After the snow traverse we were able to work the small talus-like rock along the ridge crest down to the saddle area.  From here the real fun begins.  A gendarme blocked progress and getting over it or around it would offer what we would later find to be the most difficult climbing of the day.  The route photos showed a straight up and over route or a traversing route and the straight up and over route looked do-able so we took it.   It began with an easy mixed ascent of class 2 rock and grass to a class 3 section of rock.  It offered some exposure as it steepened.  It was like a five foot wide cleft in the rocks that we ascended around and up to a ledge from which we ascended a bit higher on the rock and we were over. In the picture just below, the gendarme is front and center in the photo and our ascent route over it is the small shadowy section just right of center. Past this scramble section there was some more traversing of rock and some steep slabs to avoid but this finally put us to a an easy notch that would mark the next section of the hike.

Best photo we took of the Sawtooth ridge. The gendarme we traversed
is front and center, and the trail heads west through a notch on its otherside.
Mt. Evans from the Sawtooth Ridge
At this notch the route crosses over to the west side of the ridge for the first time and begins by following some wide ledges towards the Sawtooth’s west face.  There was some real exposure in here but the initial ledges were plenty wide.  The YouTube video just below offers a good look at what this terrain looks like.

Video credit: David

The exposed finishing traverse on the Sawtooth ridge.
There is an area "around the corner" after the initial ledge
in this photo so there is more to the terrain than seen here.
We rounded another corner into the final traverse area where many of the more classic Sawtooth pictures are taken.  We observed precisely what many of the route descriptions describe: a choice of two routes to get out.  One moves directly below a rock wall through very loose exposed dirt and rock, the other swings around above the rock wall on small ledges.  We opted for the latter.  We moved through the scree-like terrain to get onto the small ledges.  These were perhaps 2 foot wide, much smaller.  At one point as we moved above the rock wall the ledging for the feet narrowed to perhaps a foot wide but never got too difficult.  We made our way up and out of this exposed area, around one more corner and we were out.  The only real class 3 portion of the Sawtooth was the gendarme climb.  There was some real exposure but that was it.  After exiting the the ridge it was quick hop up some talus to the summit of the Sawtooth which we reached at 10:24am.  The Sawtooth ridge had taken us 2 hours and 9 minutes.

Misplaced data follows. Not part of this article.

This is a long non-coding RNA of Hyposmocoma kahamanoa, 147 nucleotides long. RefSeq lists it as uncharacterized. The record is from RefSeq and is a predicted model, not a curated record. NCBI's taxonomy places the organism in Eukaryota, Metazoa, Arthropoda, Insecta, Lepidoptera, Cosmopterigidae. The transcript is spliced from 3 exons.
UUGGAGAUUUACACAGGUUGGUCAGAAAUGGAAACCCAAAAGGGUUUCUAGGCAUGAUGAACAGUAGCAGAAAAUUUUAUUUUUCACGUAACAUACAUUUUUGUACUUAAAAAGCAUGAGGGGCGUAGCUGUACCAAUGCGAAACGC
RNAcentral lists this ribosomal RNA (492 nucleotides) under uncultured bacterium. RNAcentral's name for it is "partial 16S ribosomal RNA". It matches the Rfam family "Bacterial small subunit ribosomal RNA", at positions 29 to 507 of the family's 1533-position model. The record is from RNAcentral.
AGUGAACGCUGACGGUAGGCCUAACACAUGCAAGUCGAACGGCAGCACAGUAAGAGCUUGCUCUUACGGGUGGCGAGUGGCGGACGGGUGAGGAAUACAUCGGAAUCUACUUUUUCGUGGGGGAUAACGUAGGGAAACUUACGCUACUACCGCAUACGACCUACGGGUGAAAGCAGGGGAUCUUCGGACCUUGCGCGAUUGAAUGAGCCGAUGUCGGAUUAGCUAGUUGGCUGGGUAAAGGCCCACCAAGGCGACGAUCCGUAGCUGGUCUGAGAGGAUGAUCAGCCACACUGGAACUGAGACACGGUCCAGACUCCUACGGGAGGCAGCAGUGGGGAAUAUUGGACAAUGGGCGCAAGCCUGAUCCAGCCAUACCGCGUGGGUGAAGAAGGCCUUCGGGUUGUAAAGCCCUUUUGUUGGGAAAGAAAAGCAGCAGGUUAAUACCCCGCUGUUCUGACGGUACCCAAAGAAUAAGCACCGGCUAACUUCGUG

The following YouTube video illustrates what the very narrow ledges look like above the rock wall in the exposed finishing area on the Sawtooth Ridge. This area probably holds the greatest exposure on the whole traverse, though none of it is technically difficult.

The "hump" ahead is where the trail to Evans narrows
to a small notch and moves to the south side.
The path over to Evans ridge was much easier.  There was some faint trail segments but it was mostly a mixed tundra and rock hike for almost 6 tenths of a mile plus a couple hundred feet of ascending. The ridge to Evans will begin to narrow up to a small notch which is just shy of 14000ft.  Here there are some cairns and a clear trail starts winding along the south side of Evans west ridge. This trail was relatively easy to follow and was mostly on rock with a few ups and downs.  We kept looking for the point that is known as “West Evans” but it was never immediately evident from below. This trail took us to just before the Evans summit area and then dropped down to the road. We hiked the last 0.10 of a mile of the road to the parking area.  

A look at Bierstadt and the Sawtooth from the hike over to Evans
The trail to Evans on the South side of the ridge
The weather at this point was mostly cloudy with a few darker clouds starting in the area.  It was also increasing in wind.  In the parking lot area we saw a few US Forest Service trucks coming up as well as a man on his bike.  Conveniently, no tourists were up there as the Evans road was closed.  About 3 weeks ago we got word that it was closed because a portion of it had washed out and they were making long-term repairs on it.  This affected our plans to save Evans for last for our 14er Finisher.  We ran into a USGS guy in this area and he told us the road opening was still a few weeks off so this told us we’d made the right choice.

Approaching Evans' summit